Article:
- Most people don't really feel the need to actually read something about frame analysis, even if it's only Lakoff, before they develop opinions about its worth.
- Lakoff himself hasn't done a very good job of explaining what frame analysis is, because even the people who do appear to have read him usually don't get it.
Several misconceptions reappear, again and again. For example, "Lakoff is a postmodernist." If we put aside for a moment the fact that I haven't the slightest idea what that means, I can't imagine that if we compared Lakoff to many of the thinkers who are labeled "postmodernists" in more serious circles, we'd find a whole hell of a lot in common. I mean, sure, Lakoff readily admits to being a "relativist," but the sort of relativism he's talking about is probably not all that common among analytic philosophers, and I know it's not uncommon among cognitive scientists, and I don't think we can count many in either of those crowds as members of "postmodernist" schools of thought. The "relativism" of Lakoff, and many other cognitive scientists, simply says that our background knowledge influences our understanding and interpretation of facts and language. And that, in a nutshell, is what frame analysis is about.
Another common misconception is that framing is just a marketing tool. To be fair, I don't think that Lakoff has done a particularly good job of dispelling that notion, as when he talks about who should be the spokesperson for evolutionary science. And it's certainly true that framing is often used for marketing purposes, both in advertising and in political rhetoric. But that's not all it is. Frame analysis is a tool for interpreting discourse, and a tool for more effective communication. The goal of framing doesn't have to be convincing, it can simply be understanding.
A related misconception is that the purpose of framing is to manipulate or trick people into taking your side. Again, it can be used for that purpose, but I've never gotten the impression that Lakoff is advocating that type of use, and that's certainly not what frame analysis is about.
So, since my frustration has peaked, I thought I'd attempt to provide a very brief explanation of frame analysis, with the hope that it will clear up those misconceptions and others. This is all ground I've covered before, but what the hell? I'll cover it again.
First, what is a frame? Frames are essentially schemas in the head, or words and phrases used to elicit schemas in the head (follow the last link for more technical definitions). When referring to frames that are in people's heads, we're talking about knowledge structures in long-term memory that are used to interpret incoming information, and to reason. An example of a mental frame might be the FANCY RESTAURANT frame. You have specific knowledge of the order of events to expect in a fancy restaurant (the order of the courses, when the check comes, and even how often the server should check up on you), how to behave in a fancy restaurant (you don't eat with your hands, for example), and so on. When you're actually in a fancy restaurant, the frame serves to highlight certain information and create expectations (which is why you get pissed off if the server leaves your drink near empty or watered down for too long), while it causes you to ignore other information (like, say, the color of the plates, unless you're just really into plates). Frames in language are designed to take advantage of those representations or change them, by highlighting certain parts of them or additional facts or associations, and perhaps ignoring others.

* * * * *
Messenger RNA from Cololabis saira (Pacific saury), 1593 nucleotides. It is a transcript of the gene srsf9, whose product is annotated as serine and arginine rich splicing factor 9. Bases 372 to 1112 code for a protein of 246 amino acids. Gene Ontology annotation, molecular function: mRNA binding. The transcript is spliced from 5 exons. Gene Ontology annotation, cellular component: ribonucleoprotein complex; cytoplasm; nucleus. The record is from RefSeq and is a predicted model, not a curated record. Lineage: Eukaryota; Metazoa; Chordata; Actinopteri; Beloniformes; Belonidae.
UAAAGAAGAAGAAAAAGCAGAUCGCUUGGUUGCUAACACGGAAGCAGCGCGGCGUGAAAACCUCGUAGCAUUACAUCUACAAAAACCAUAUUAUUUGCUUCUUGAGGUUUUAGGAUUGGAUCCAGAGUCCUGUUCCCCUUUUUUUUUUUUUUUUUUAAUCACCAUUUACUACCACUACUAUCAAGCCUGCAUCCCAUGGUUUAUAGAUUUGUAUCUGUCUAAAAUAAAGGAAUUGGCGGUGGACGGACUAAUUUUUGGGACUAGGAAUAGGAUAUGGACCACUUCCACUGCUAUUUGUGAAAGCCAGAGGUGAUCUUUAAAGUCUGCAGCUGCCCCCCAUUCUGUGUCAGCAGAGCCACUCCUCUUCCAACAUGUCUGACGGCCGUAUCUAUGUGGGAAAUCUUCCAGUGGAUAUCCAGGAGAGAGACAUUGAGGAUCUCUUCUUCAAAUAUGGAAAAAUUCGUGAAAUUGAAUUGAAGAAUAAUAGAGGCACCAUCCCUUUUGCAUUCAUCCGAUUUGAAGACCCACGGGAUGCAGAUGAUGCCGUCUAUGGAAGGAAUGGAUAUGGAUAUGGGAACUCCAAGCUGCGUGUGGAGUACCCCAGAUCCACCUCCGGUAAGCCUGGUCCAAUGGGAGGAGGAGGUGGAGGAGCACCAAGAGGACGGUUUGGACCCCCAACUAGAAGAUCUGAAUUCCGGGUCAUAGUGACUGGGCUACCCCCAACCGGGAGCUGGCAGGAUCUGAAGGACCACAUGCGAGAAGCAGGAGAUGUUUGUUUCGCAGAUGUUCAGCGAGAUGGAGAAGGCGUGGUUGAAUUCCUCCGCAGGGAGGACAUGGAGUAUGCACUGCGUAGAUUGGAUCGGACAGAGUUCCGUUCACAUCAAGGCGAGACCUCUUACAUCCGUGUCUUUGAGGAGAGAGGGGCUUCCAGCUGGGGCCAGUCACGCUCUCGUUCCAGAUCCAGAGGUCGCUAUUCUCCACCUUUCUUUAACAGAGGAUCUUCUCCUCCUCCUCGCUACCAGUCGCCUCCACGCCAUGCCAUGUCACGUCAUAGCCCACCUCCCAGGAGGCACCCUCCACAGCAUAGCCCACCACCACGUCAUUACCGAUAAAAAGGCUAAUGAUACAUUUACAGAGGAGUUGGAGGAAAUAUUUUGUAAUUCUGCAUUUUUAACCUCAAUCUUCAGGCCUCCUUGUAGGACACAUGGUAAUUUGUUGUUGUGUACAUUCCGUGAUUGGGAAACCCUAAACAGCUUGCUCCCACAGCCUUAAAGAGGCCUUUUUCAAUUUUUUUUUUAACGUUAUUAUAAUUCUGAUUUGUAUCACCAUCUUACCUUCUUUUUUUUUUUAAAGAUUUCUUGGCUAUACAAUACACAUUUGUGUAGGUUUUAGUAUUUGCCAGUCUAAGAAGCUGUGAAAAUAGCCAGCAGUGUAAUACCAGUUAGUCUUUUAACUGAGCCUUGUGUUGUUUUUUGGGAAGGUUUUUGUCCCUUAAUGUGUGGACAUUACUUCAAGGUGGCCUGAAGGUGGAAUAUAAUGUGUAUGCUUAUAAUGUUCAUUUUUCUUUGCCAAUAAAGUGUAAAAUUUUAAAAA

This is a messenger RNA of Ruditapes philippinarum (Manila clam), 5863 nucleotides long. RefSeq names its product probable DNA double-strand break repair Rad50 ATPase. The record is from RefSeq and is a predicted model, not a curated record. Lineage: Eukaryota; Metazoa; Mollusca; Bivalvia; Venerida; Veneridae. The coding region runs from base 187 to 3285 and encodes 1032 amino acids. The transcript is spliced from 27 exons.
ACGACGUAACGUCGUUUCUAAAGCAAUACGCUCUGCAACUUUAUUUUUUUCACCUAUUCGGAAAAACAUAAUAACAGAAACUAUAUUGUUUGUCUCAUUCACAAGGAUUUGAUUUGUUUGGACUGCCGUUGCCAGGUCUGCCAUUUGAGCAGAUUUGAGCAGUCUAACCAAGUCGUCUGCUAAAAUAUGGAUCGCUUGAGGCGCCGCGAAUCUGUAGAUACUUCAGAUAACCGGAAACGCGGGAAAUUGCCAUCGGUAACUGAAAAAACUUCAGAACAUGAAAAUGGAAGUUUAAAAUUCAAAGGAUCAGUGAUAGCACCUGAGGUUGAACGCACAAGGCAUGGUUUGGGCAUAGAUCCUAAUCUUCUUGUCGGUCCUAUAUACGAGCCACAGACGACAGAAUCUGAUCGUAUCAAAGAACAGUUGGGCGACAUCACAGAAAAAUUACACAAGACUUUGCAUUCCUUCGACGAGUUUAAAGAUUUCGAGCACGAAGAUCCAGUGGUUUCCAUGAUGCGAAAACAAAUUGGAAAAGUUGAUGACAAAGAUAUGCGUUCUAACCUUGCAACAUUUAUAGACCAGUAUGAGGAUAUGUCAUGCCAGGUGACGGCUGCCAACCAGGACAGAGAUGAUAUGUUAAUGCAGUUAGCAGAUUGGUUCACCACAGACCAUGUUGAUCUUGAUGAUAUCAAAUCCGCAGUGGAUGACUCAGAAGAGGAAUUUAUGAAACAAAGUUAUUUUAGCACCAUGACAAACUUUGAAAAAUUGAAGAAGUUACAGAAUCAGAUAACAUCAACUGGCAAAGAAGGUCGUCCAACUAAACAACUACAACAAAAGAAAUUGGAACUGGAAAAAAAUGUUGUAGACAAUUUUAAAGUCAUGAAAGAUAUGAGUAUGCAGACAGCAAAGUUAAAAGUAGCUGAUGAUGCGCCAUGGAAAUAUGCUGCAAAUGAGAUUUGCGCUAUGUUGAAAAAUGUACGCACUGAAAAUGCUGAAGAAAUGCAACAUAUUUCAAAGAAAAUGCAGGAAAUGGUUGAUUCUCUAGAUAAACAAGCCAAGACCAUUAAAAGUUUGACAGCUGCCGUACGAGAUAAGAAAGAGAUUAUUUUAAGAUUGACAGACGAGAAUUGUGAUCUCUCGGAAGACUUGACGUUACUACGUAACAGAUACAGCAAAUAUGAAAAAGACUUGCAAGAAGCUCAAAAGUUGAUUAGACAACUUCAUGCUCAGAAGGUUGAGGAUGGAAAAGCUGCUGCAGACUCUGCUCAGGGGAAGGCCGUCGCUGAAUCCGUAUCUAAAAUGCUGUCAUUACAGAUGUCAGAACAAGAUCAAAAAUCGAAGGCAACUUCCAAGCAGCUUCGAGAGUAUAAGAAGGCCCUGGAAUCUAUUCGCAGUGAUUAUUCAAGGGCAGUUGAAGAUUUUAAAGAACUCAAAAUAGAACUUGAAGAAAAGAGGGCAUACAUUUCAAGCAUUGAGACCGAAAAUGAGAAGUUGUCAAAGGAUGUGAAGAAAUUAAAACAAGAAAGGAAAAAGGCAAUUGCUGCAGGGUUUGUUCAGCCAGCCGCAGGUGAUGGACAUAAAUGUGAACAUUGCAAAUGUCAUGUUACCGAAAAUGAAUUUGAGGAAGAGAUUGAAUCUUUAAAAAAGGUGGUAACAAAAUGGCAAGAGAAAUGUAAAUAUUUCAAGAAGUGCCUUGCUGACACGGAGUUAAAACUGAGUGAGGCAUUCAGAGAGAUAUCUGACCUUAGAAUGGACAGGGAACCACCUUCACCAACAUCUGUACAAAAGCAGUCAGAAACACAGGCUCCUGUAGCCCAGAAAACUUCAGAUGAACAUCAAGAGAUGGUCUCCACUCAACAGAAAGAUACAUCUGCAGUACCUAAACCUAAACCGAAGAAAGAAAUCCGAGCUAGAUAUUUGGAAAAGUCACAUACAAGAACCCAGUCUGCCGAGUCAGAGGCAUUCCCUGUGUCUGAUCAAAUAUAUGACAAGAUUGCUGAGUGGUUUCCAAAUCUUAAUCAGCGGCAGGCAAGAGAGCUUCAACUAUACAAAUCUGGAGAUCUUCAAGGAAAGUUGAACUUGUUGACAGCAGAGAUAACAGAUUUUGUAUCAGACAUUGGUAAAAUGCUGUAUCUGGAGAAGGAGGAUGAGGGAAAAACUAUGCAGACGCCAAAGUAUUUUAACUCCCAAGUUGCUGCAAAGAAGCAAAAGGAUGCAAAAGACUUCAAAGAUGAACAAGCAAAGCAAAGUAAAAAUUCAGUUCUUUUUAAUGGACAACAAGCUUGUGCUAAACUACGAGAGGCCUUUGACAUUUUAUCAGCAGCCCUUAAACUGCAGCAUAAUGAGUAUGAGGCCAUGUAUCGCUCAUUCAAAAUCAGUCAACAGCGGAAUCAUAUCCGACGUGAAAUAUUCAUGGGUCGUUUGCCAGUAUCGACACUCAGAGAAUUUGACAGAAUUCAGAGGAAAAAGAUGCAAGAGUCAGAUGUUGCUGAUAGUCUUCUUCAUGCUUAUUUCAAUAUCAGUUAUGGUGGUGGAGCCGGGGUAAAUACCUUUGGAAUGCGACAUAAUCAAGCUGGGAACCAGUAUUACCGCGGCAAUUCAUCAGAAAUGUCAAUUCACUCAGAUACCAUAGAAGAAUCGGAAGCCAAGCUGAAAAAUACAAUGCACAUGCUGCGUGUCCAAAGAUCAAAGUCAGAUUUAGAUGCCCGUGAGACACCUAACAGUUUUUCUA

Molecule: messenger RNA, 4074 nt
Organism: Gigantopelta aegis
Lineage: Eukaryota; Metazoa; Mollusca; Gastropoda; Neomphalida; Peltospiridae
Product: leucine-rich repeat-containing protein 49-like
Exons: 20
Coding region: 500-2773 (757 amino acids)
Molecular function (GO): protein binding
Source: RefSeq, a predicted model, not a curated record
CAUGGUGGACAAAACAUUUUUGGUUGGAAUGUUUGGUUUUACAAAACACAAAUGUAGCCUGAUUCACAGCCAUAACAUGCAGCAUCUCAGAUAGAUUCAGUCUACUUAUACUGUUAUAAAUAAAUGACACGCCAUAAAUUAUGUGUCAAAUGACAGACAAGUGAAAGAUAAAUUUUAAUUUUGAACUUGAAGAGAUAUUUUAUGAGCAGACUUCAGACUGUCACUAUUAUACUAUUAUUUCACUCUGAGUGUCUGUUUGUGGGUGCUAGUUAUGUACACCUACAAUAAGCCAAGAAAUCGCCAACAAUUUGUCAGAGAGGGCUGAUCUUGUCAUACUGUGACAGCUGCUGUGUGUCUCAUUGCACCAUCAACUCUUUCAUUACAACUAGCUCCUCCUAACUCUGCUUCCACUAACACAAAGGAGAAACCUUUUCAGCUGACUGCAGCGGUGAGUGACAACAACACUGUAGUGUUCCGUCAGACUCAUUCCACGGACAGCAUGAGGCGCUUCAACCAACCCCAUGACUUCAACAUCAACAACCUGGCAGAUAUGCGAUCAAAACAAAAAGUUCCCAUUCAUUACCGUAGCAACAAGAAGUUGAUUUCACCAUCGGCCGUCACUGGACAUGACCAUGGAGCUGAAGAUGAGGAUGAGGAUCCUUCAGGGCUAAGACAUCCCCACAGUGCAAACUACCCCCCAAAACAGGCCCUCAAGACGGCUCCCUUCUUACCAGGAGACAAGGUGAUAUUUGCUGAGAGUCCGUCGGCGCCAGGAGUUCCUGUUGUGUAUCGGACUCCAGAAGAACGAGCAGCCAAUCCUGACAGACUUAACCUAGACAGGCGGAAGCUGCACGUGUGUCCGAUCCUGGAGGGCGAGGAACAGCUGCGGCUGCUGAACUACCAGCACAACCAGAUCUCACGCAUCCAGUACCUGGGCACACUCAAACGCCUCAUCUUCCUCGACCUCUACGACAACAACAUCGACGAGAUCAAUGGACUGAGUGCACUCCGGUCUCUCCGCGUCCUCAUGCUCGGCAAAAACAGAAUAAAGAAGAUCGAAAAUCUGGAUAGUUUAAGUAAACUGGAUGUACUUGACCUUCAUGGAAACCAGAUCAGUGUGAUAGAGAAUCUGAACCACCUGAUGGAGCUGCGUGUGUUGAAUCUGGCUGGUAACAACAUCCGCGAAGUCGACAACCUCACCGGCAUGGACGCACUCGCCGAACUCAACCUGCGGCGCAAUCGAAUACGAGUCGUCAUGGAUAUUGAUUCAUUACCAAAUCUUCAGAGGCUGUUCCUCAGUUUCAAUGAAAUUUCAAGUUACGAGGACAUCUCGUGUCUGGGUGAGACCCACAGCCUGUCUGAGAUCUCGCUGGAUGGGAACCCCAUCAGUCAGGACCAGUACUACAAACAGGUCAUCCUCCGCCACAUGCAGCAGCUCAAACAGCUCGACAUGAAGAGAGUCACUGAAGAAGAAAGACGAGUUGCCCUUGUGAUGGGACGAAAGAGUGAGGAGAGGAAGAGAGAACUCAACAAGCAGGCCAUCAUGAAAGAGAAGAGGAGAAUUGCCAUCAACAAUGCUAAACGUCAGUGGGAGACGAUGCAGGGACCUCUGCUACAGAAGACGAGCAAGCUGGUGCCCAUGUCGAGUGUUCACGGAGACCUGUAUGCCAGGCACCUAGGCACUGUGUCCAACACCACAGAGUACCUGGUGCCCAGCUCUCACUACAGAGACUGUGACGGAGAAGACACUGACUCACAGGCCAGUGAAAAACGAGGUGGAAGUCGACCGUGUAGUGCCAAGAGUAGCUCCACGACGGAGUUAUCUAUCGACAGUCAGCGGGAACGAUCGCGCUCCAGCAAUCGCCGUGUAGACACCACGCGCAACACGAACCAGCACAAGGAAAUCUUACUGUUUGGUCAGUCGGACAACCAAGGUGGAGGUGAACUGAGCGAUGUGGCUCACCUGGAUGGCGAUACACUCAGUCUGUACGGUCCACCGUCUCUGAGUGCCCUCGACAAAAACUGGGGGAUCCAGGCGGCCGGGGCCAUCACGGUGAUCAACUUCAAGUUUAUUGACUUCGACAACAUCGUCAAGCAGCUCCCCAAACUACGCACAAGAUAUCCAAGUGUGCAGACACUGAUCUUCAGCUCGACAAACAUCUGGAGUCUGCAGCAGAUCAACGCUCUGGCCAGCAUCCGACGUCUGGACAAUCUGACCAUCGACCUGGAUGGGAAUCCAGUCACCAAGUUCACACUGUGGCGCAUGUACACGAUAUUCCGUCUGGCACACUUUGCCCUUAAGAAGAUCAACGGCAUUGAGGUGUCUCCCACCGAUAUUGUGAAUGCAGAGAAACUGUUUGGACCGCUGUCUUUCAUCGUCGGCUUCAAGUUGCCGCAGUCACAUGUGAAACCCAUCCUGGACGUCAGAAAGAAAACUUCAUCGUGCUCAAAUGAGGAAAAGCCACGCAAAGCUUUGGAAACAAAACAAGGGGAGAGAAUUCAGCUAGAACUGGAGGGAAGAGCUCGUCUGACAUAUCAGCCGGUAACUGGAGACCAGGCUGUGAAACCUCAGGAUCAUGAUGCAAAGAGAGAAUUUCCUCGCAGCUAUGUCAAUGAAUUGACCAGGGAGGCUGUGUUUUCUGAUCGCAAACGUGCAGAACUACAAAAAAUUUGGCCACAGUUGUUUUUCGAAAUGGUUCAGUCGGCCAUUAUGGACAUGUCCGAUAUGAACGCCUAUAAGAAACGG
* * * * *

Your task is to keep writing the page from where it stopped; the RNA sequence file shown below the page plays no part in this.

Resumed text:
So frame analysis will consist of three stages (maybe only two, if you're a linguist... sorry, I couldn't resist that little jab):
1.) Discovering the mental frames that people already have. If you don't do this, you won't know what information you should highlight or add, or what information you should de-emphasize.
2.) Developing an understanding of what it is you want to communicate. What do you want to make more salient in people's mental frames, and what do you want to add to their knowledge?
3.) Framing your speech and writing in such a way that it accomplishes the goals from 2) given 1).
That's it, really. You're just developing an understanding of how people are representing something, deciding what you want to communicate, and choosing your wording based on the combination of those two things. There's nothing inherently postmodern or manipulative (I think that some people mean "manipulative" when they say "postmodern") about any of that, and the potential uses of it extend well beyond simple marketing. In fact, it's a good idea to do those three things anytime you want to communicate effectively. Of course, in practice, all three of those things can be very difficult, particularly when your audience is diverse and/or your message is complicated. And it's important that you go into the process with a good understanding of how people represent information in general, and how they reason. And that's a large part of Lakoff's point, even if he really has no clue how people actually represent information or reason. But at least he's trying.